You’ll catch on quickly that there’s a ton of anime in here that you’ve never heard of (with the exception of The Slayers in this example). This was definitely an era of “let’s buy whatever cheapass barrel-scraping titles we can get and see what sticks”. Man I miss Suncoast. I guess the closest equivalent to it now is Box Lunch or like 80% of GameStop. I dunno, there’s just something exciting about buying movies, and it feels like the only place where you can just walk in and buy a movie these days is Target or Best Buy and those aren’t really things that lend themselves naturally to malls. I don’t miss the absurdity of paying out the nose for a VHS that only had a few episodes.
Oh no you guys…the children found out about a show written for children! What’s gonna happen to our naked women with physics-defying breasts? Are we going to have to stop endlessly talking about tentacle rape?!
So it sounds like contributor *pause for muffed snort* Kit Fox was eagerly awaiting a fansubbed (if he was lucky) bootleg VHS copy of the first episode of Cowboy Bebop, which had aired two months earlier in Japan. 1999 was a very different time.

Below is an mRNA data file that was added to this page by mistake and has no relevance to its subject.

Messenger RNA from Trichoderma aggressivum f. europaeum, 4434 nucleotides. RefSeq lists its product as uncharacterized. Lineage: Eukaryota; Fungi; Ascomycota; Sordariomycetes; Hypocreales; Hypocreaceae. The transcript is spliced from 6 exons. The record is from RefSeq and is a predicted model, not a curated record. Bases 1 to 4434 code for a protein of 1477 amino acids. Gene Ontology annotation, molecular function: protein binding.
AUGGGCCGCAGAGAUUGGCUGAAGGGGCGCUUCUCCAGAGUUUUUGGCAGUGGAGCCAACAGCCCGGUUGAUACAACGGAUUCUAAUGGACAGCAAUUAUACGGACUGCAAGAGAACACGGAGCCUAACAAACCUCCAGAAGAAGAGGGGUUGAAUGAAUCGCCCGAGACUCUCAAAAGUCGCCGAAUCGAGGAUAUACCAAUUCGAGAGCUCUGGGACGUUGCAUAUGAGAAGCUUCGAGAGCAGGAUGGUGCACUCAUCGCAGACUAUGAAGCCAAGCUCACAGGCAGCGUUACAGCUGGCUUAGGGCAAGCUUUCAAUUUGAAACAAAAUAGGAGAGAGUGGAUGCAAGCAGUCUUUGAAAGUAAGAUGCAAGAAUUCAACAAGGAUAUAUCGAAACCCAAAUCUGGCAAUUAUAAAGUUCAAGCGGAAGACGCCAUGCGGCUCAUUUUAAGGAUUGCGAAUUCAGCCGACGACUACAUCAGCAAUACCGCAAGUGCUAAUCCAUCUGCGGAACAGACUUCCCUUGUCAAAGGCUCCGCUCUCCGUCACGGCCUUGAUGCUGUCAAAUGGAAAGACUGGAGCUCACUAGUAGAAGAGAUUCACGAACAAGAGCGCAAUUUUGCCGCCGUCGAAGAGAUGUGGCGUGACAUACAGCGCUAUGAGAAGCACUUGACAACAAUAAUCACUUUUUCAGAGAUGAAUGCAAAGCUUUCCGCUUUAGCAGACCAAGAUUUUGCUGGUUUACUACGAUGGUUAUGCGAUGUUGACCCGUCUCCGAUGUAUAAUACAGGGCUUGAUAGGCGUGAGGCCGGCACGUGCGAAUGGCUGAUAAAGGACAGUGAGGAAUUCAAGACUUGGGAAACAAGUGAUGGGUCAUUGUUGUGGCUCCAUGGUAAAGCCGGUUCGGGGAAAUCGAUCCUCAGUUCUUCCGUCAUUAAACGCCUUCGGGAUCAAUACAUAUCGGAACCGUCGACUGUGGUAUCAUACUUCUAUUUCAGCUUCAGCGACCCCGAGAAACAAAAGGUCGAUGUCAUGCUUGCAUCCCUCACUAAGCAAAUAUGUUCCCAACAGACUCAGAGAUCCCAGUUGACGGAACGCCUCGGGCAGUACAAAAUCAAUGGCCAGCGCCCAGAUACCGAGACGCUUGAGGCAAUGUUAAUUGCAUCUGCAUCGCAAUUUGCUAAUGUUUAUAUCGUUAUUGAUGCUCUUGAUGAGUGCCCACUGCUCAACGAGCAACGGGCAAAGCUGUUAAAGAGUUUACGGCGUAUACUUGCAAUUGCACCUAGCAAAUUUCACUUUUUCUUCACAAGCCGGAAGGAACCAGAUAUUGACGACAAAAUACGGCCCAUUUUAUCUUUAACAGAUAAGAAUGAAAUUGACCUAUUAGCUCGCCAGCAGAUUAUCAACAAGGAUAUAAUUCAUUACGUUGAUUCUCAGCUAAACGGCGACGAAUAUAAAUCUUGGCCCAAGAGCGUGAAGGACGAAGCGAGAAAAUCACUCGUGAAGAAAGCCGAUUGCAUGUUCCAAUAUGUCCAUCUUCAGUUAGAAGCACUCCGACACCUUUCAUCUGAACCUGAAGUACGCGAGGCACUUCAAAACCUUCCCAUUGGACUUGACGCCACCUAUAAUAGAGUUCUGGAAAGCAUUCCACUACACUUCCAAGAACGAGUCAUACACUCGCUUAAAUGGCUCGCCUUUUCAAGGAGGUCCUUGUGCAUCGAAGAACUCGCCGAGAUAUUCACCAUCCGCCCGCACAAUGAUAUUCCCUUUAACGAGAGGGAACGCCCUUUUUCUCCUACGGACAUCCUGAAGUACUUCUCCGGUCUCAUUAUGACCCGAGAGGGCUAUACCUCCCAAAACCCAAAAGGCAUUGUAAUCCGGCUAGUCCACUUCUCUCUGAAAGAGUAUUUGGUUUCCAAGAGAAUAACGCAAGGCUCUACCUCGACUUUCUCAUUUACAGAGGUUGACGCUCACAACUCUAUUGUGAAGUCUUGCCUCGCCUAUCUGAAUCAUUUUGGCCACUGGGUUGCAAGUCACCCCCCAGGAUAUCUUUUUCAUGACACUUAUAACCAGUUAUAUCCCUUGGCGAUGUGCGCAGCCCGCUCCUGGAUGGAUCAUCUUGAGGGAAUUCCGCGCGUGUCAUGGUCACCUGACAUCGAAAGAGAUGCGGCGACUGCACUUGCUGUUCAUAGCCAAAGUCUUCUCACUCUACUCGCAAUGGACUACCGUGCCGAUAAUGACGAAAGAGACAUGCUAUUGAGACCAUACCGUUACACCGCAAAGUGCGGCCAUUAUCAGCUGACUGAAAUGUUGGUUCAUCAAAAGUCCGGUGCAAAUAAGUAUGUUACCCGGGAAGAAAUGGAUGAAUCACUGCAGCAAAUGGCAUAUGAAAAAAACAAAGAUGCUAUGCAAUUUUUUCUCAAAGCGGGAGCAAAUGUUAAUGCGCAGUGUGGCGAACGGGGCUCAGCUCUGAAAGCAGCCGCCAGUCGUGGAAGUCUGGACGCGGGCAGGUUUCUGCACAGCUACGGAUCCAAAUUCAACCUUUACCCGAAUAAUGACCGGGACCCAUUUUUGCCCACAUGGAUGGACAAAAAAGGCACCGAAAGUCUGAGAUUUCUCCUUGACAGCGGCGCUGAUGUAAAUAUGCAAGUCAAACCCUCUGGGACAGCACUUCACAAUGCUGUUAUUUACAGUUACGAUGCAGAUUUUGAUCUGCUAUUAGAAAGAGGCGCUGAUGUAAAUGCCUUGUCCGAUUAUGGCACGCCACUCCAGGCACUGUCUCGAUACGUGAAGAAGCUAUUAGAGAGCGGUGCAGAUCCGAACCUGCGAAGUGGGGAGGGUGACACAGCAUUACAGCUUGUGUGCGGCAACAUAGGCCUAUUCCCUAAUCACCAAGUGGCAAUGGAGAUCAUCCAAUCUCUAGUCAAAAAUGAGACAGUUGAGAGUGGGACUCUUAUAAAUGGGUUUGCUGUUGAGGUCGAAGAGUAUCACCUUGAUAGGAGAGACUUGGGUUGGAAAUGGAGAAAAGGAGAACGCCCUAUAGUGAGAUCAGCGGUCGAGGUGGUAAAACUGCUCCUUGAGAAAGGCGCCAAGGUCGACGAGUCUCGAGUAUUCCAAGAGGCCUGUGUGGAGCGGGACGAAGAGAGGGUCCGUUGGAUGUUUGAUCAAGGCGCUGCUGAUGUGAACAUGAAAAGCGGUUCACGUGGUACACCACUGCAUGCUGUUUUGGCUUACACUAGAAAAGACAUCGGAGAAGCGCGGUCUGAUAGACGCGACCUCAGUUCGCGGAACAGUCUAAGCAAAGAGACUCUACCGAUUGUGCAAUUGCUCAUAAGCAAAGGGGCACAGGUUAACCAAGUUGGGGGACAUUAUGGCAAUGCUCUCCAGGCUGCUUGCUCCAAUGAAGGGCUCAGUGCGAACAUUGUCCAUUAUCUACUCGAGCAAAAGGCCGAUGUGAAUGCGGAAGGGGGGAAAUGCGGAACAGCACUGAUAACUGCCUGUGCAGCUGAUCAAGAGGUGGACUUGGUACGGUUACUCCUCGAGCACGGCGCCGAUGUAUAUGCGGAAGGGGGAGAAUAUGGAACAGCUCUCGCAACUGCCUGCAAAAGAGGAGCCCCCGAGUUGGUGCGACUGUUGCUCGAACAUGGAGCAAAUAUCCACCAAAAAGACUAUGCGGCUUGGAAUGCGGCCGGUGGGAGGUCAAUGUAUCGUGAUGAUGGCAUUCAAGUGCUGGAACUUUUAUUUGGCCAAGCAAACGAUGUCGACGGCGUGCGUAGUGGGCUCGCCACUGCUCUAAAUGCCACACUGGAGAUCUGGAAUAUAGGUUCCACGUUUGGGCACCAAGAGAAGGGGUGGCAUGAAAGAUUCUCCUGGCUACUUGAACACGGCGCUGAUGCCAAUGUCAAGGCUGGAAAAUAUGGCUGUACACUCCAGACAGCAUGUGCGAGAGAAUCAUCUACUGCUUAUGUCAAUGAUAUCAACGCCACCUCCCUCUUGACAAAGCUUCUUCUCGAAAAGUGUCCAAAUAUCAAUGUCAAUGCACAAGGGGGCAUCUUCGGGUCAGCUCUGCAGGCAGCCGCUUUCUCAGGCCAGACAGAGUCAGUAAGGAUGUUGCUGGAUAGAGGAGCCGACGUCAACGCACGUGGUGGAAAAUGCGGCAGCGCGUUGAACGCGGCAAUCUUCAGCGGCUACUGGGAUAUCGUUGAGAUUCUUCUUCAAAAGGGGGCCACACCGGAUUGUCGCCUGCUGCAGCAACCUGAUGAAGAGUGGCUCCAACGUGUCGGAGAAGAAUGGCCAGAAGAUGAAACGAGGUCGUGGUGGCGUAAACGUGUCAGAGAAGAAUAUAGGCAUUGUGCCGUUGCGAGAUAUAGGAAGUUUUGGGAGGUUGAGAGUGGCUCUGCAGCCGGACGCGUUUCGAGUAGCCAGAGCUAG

I feel like over the next 20 years anime fans just kind of gave in to the resistance over Pokemon. It was too powerful. It’s all just part of us now.
I remember around this time that people (and by people, I mean 14 year olds on the Internet) were just SO bitter that Pokemon was the breakthrough anime property that was getting toys you could buy at K-Mart and tv coverage when there was any number of anime shows that deserved it more, MORE I SAY! WHERE’S MY TENCHI MUYO LUNCHBOX?! One that I don’t have to import from Japan for $75?? PEOPLE AT SCHOOL KNOW WHAT POKEMON IS BECAUSE THEIR LITTLE BROTHERS LIKE IT, AND NOW THEY THINK *I* WATCH IT! EVEN THOUGH I DO! BECAUSE THERE’S NOTHING ELSE AND I NEED ANIME LIKE I NEED HEROIN! Anyway, that about sums it up.
I can’t remember the name of the anime/game that this pointy-boobied lady with a sentient creature living in her ponytail was featured in, as much as the ad certainly assumes that I do. Tokyo Police something. Tokyo Pointy Boob Police? Sounds right. Geez, they didn’t even try to crop out the girl standing behind her. Gamer’s Republic ran for 35 issues and went under in 2001.